When Humanitarianism at the Border is Considered a Crime

Photo by Jasper Nance who noted, “We found these in the desert strewn about with handles made from cloth and rope. After seeing the sign about illegal immigration in the area we wondered if these had been set out here for immigrants or brought from across the border by them. Either way, they were empty.

Guiding Questions

  • How do borders impact people’s lives?
    • What is the purpose of borders?
    • How do the visible and invisible borders that people encounter shape their lives?
    • How can borders work in an ethical way?

Learning Goals:

  • Promote an understanding of the impact of border enforcement on migration to the U.S.
  • Explore the impact of policy on the lives of im/migrants and non-immigrants
  • Promote reflection on the ethics of border policy

Should providing humanitarian aid to im/migrants without papers crossing the border be a crime? Writing in the New Yorker, Murat Oztaskin explains:

Arizona’s stretch of the U.S. southern border is the deadliest in the country. Over the past two decades, the area has claimed the lives of almost three thousand migrants trying to cross into the United States—accounting for nearly forty per cent of the deaths recorded by border authorities in that time. (Human-rights groups, which, along with the media, have produced higher tallies, note that the death toll is likely greater than official reports indicate.) The Border Patrol’s Prevention Through Deterrence policies, introduced by the Clinton Administration in 1994, have steadily pushed migrants crossing the southern border into more remote and dangerous terrain. The strategy closed off the border’s urban ports of entry, moving crossing traffic into the rugged Sonoran wilderness, where temperatures can reach a hundred and twenty degrees in the summer and fall below freezing in the winter, and where potable water is scarce. As No More Deaths has noted in a series of reports that it is co-authoring about how immigration enforcement is fuelling a crisis of missing migrants, some of the “indicators of success” listed in a 1994 Border Patrol strategy document included “fee increases by smugglers” and “more violence at attempted entries.” “If functioning as intended,” the report states, “Prevention Through Deterrence would reshape migration to become more treacherous, more criminalized, more cartel-driven, and more politically fraught.” Border Patrol figured that pushing crossings into the backcountry would dissuade migrants from attempting to enter the U.S., but it has only increased the risk of death and serious injury. It’s also given rise to a corps of volunteers offering humanitarian aid to those crossing in the desert…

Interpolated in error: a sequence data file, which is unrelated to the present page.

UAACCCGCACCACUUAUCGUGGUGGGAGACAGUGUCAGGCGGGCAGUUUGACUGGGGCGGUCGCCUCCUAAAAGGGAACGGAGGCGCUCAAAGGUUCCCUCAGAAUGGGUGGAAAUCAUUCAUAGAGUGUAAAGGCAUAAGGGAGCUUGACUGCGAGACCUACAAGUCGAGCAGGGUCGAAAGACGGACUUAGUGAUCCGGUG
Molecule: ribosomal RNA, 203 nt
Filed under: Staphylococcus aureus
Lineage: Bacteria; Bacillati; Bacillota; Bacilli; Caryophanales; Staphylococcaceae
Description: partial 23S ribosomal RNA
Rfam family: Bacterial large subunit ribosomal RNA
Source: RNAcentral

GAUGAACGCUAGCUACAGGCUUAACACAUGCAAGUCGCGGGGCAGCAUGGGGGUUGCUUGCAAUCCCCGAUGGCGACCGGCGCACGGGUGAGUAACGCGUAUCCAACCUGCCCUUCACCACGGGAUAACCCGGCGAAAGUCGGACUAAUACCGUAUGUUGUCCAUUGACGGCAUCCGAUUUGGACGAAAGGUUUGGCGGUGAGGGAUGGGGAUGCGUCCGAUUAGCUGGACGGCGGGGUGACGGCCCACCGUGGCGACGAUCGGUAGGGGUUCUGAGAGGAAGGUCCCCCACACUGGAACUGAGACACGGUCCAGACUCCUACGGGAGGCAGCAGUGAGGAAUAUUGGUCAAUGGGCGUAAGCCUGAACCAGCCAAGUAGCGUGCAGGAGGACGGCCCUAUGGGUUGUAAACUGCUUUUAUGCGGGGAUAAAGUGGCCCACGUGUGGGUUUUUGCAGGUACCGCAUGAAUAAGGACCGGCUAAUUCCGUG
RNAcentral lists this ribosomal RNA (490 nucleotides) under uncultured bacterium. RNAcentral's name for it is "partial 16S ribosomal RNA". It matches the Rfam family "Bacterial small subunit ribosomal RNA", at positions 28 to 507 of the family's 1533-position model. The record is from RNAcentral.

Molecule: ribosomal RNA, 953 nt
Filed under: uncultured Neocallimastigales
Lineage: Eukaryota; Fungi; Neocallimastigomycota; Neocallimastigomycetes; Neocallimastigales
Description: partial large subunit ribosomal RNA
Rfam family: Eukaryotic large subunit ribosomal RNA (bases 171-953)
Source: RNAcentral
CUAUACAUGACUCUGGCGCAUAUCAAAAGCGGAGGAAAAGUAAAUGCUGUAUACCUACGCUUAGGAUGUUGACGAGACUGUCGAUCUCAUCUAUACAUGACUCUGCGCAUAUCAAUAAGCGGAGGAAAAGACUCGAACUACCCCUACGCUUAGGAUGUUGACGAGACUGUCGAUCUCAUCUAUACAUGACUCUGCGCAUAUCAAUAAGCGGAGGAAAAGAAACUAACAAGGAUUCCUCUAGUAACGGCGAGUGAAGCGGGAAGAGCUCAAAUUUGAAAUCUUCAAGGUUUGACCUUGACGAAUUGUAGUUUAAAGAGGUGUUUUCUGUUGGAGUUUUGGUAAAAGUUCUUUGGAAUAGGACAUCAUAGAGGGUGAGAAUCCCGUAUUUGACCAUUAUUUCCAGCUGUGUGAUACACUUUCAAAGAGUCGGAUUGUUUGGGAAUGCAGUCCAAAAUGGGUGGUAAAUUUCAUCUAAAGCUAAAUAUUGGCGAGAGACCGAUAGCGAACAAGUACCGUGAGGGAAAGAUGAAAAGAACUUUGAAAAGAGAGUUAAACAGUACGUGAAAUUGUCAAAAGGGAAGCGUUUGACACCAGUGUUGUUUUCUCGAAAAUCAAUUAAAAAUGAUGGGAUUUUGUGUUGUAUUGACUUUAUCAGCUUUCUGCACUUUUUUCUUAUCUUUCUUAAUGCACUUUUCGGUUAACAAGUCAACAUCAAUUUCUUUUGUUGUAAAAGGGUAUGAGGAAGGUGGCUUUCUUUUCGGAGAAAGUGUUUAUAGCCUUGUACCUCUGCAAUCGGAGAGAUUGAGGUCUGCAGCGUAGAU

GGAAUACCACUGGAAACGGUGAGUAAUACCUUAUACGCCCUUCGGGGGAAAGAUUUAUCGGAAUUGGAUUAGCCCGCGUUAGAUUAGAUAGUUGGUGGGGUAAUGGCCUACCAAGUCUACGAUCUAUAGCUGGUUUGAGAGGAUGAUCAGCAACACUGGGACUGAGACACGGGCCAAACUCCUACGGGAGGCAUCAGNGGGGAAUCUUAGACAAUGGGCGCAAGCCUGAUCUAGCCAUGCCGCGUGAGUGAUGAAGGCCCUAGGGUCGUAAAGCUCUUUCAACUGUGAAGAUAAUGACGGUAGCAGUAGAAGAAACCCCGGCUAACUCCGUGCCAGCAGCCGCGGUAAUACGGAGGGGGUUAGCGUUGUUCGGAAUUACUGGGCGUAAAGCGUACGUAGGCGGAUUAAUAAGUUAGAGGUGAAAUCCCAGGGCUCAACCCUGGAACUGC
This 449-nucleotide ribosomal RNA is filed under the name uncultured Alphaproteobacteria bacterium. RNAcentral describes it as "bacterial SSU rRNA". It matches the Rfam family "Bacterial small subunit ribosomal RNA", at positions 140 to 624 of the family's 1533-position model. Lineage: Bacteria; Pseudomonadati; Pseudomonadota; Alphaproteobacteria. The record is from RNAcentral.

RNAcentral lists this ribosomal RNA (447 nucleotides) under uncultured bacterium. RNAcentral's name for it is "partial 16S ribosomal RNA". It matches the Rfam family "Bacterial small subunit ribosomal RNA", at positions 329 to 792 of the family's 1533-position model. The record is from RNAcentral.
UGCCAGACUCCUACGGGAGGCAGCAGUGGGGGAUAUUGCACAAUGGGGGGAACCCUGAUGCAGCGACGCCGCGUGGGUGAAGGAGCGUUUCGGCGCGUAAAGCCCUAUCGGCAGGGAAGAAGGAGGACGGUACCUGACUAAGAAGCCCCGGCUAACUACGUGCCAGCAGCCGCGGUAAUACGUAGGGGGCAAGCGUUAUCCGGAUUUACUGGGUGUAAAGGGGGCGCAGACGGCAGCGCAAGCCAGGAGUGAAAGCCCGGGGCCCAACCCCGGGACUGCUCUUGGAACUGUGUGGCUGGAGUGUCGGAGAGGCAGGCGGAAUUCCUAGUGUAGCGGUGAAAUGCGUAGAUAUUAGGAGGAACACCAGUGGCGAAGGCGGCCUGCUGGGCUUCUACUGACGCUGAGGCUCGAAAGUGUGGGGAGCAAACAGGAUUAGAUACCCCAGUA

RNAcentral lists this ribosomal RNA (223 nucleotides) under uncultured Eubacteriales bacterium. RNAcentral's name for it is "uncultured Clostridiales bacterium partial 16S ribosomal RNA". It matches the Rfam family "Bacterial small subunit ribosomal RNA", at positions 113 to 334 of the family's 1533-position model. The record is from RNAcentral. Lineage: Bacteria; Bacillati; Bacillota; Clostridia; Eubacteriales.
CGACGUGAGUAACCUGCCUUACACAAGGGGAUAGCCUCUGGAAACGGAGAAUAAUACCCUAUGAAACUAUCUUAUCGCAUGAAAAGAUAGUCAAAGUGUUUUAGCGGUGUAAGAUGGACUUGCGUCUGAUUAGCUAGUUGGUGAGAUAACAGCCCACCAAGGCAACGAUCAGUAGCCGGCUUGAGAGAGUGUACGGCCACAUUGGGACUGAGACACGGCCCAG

This 16-minute film by Ora DeKornfeld and Isabel Castro introduces the story of Scott Walker, who was arrested by agents of the U.S. Border Patrol for providing humanitarian assistance to José Sacaria-Goday and Kristian Perez-Villanueva, undocumented immigrants from Honduras and El Salvador. According to Oztaskin, “Warren was charged with one count of conspiracy to transport illegal aliens and two counts of harboring, and faced up to twenty years in prison.”

Reflection Questions and Teaching Suggestions

As you watch the film, note what you:

  • See
  • Feel
  • Think
  • Wonder

Find an appropriate way for students to share what they saw, felt, thought, and wondered as they watched.

From the particular story that the film tells, pull back the focus to a discuss the role of borders using the guiding questions we shared at the beginning of the post:

  • How do borders impact people’s lives?
    • What is the purpose of borders?
    • How do the visible and invisible borders that people encounter shape their lives?
    • How can borders work in an ethical way?

Consider whose voices are in this film and whose voices are not included. By whom, about who, and for whom can help to frame that discussion.

  • By whom?
    • Who do you think/know created this work where and when and what does this make you think about?
  • About Whom?
    • Who is depicted in this work and how and what does this make you think about?
  • For Whom?
    • Who might be the audience for this work and what does this make you think about?
  • Who Else?
    • Whose voices may be missing and what does this make you think about?

It can be helpful to wrap up the exploration by considering the significance of the story. Ask yourself:

  • Why does this story matter to me?
  • What does it matter to my community?
  • Why does it matter to the world?

Step outside of your own perspective and try to imagine what other perspectives might shape the way people answer those questions.